Ahoy, We’re on the ocean for over 3 weeks now. And even though we stopped at Isla Socorro and Isla Clarion we all, but especially me, are on watch since the day we left Bahia Banderas. It became a routine. Yesterday I had the last watch from 5 to 8am, which is kinda nice to see the sun rise and the boat slowly waking up. And the sunrise was pretty dramatic yesterday. Dark clouds were blocking the sun and only a few rays found their way through them. It looked promising and I had hopes that we could have a sunny day, or even partly sunny. It turned out that these few rays would be the only ones we would see for the whole day. The cloud cover was solid and instead we had many squalls with plenty rain. For me it’s the first time for a very long time that I don’t see the sun and it already goes on for a few days. I can feel my body is missing something and I feel tired and demotivated.
The humidity rose to over 90% and with all hatches closed the airquality became worse and worse. Everytime the rain stopped we opened the hatches, dried whatever we can but only to see it getting soaked again a few minutes later. The only ‘ fairly ‘ dry spot is under the new dodger. Fairly dry because the wind changes a lot in direction and strength so the drizzle lands everywhere.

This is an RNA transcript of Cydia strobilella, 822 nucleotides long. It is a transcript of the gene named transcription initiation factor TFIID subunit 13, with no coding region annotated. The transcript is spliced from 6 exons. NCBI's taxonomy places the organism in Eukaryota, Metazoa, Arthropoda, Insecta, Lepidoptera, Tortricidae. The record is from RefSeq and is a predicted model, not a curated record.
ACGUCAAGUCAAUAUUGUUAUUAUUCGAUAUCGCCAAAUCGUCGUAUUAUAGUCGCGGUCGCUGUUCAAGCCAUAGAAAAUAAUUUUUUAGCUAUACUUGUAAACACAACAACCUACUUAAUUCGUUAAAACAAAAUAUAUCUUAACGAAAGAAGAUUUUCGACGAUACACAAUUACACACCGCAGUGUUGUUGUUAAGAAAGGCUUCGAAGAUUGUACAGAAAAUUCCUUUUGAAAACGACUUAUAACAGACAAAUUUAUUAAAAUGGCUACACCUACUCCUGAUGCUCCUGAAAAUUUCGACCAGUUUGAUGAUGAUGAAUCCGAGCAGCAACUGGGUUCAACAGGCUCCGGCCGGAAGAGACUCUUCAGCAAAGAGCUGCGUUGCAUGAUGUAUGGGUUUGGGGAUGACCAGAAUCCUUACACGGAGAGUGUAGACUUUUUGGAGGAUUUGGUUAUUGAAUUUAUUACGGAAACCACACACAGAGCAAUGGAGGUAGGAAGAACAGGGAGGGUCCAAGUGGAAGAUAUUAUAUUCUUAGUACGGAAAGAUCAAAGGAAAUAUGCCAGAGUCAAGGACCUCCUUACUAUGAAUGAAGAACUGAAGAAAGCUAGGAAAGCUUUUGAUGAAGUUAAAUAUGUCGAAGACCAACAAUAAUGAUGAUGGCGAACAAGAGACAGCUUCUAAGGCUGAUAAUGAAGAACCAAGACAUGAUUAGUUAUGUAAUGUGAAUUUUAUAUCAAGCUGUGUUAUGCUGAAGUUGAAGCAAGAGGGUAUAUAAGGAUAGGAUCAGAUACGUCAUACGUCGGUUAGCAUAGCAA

We sailed for a few hours, and it was actually very nice. 12-15 kn from 60°AWA. Genoa and main made us move with 7.5 kn and best of it, we were going straight to where we wanted to go. Too bad that we had the motor taking over for quite a few hours again already. The wind is down to 4kn, dead down wind and the waves again play ball with us. Everytime the wind goes up it blows from a easterly directions, which is in these part of the ocean against the current. You can imagine how it looks like.
But we’re so used to the constant left and right, up and down that it doesn’t affect us much. Es o si que es! Like the Mexicans say. It is like it is! Fay made us some delicious meals and the rest played cards, guitar or used the rainwater for laundry and outdoor showers like it was normal. Our world is moving and we adapted to that.
The weather forecast shows signs of hope that we find the SE winds soon. We’re south of 6° north now. That’s the most southern latitude we’ve been with ZERO and the equator isn’t far away.. Let’s see what tomorrow has to offer.. Aloha Christian
Sent from the Ocean.

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